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December 2018
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TD Magazine

Employees’ Digital Skills Deficits Are Problematic

As jobs continue to evolve, workers are struggling to keep up.

Businesses in every industry are undergoing a digital transformation. "More than two-thirds of business leaders believe that if their company does not become significantly digitalized by 2020, it will no longer be competitive," says Brian Kropp, group vice president of Gartner's HR practice.

To navigate this new digital environment, companies need employees skilled in data analytics, mobile management, machine learning, social media, security and privacy, and smart technologies. Yet, as companies look to digitize operations, talent management leaders face a significant skills gap. According to Gartner data, 70 percent of employees have not mastered the skills they need for their jobs today, and four in five employees do not have the skills needed for future roles.

The leadership ranks are feeling lapses in digital skills the hardest,according to Workplace 2025: The Post-Digital Frontier, a Randstad USA study. Although 95 percent of the 3,000 companies surveyed said they believe organizations need a new kind of leader to address the digitization changes and challenges, a majority (63 percent) don't have a strong digital leader in place.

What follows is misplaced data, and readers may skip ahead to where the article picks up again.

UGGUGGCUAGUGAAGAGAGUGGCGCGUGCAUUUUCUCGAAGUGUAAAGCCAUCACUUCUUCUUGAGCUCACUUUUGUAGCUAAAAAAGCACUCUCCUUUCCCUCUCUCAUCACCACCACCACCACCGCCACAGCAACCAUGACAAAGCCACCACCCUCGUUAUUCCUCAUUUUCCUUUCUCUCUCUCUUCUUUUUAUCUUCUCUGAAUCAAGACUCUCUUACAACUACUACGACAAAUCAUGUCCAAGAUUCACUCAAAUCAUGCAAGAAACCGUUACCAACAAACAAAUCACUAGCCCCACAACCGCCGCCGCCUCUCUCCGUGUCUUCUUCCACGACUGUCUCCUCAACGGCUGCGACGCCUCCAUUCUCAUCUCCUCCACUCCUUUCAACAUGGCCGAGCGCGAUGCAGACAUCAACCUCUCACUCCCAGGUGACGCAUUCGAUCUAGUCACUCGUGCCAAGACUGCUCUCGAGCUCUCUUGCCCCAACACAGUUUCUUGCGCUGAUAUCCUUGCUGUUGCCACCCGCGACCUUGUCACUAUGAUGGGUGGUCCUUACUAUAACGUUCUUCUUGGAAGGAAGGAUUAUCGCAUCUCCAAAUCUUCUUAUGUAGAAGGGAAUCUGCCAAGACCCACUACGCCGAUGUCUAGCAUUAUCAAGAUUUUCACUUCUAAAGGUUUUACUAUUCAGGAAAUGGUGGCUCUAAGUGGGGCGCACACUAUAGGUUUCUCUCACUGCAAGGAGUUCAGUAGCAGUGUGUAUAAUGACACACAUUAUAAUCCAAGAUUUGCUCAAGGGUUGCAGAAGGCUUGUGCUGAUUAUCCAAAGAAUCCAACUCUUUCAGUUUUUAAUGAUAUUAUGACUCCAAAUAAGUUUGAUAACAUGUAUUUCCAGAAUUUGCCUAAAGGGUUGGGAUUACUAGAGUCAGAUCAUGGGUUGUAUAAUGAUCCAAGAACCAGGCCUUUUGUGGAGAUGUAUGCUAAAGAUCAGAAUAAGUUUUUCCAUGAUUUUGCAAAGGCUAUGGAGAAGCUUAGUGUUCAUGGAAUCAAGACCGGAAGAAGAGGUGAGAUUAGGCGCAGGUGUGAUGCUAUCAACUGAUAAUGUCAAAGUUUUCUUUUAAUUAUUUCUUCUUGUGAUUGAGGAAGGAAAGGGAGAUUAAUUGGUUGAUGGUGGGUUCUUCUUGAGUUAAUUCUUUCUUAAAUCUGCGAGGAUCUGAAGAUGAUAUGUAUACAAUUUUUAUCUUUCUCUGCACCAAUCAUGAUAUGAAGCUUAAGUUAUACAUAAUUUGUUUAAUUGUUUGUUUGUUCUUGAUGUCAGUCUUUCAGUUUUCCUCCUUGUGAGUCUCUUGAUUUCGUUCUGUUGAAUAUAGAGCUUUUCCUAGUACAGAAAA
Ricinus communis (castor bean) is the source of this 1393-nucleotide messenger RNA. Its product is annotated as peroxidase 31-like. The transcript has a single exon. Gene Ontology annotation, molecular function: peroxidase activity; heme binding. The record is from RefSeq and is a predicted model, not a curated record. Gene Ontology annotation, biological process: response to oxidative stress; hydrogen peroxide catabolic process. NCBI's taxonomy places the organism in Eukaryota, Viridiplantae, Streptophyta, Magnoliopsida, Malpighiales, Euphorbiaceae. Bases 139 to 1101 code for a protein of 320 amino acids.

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"If organizations don't have leaders in place with the digital prowess required to navigate this new reality, they'll struggle," says Jim Link, chief human resources officer for Randstad North America.

Tech skills aren't the only deficits. Randstad identifies several leadership capabilities executives will need in the postdigital era: Leaders must have the ability to keep people connected and engaged, be more agile and digitally savvy, drive a culture of innovation and learning, and be adept at risk-taking.

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The risks for organizations lacking digital leadership can be significant, the study notes. Not only is there a lower likelihood that digital initiatives will meet their full potential, but companies will experience challenges in attracting and retaining top talent who are interested in working on digital initiatives.

"The best investment that companies can make in their future is to identify and cultivate individuals with strong digital skills and sharp instincts for what's coming next, as they'll drive innovation and keep their companies competitive," says Link.

About the Author

Ryann K. Ellis is an editor for the Association of Talent Development (ATD). She has been covering workplace learning and performance for ATD (formerly the American Society for Training & Development) since 1995. She currently manages ATD's Community of Practice blogs, as well as ATD's government-focused magazine, The Public Manager. Contact her at rellis@td.org. 

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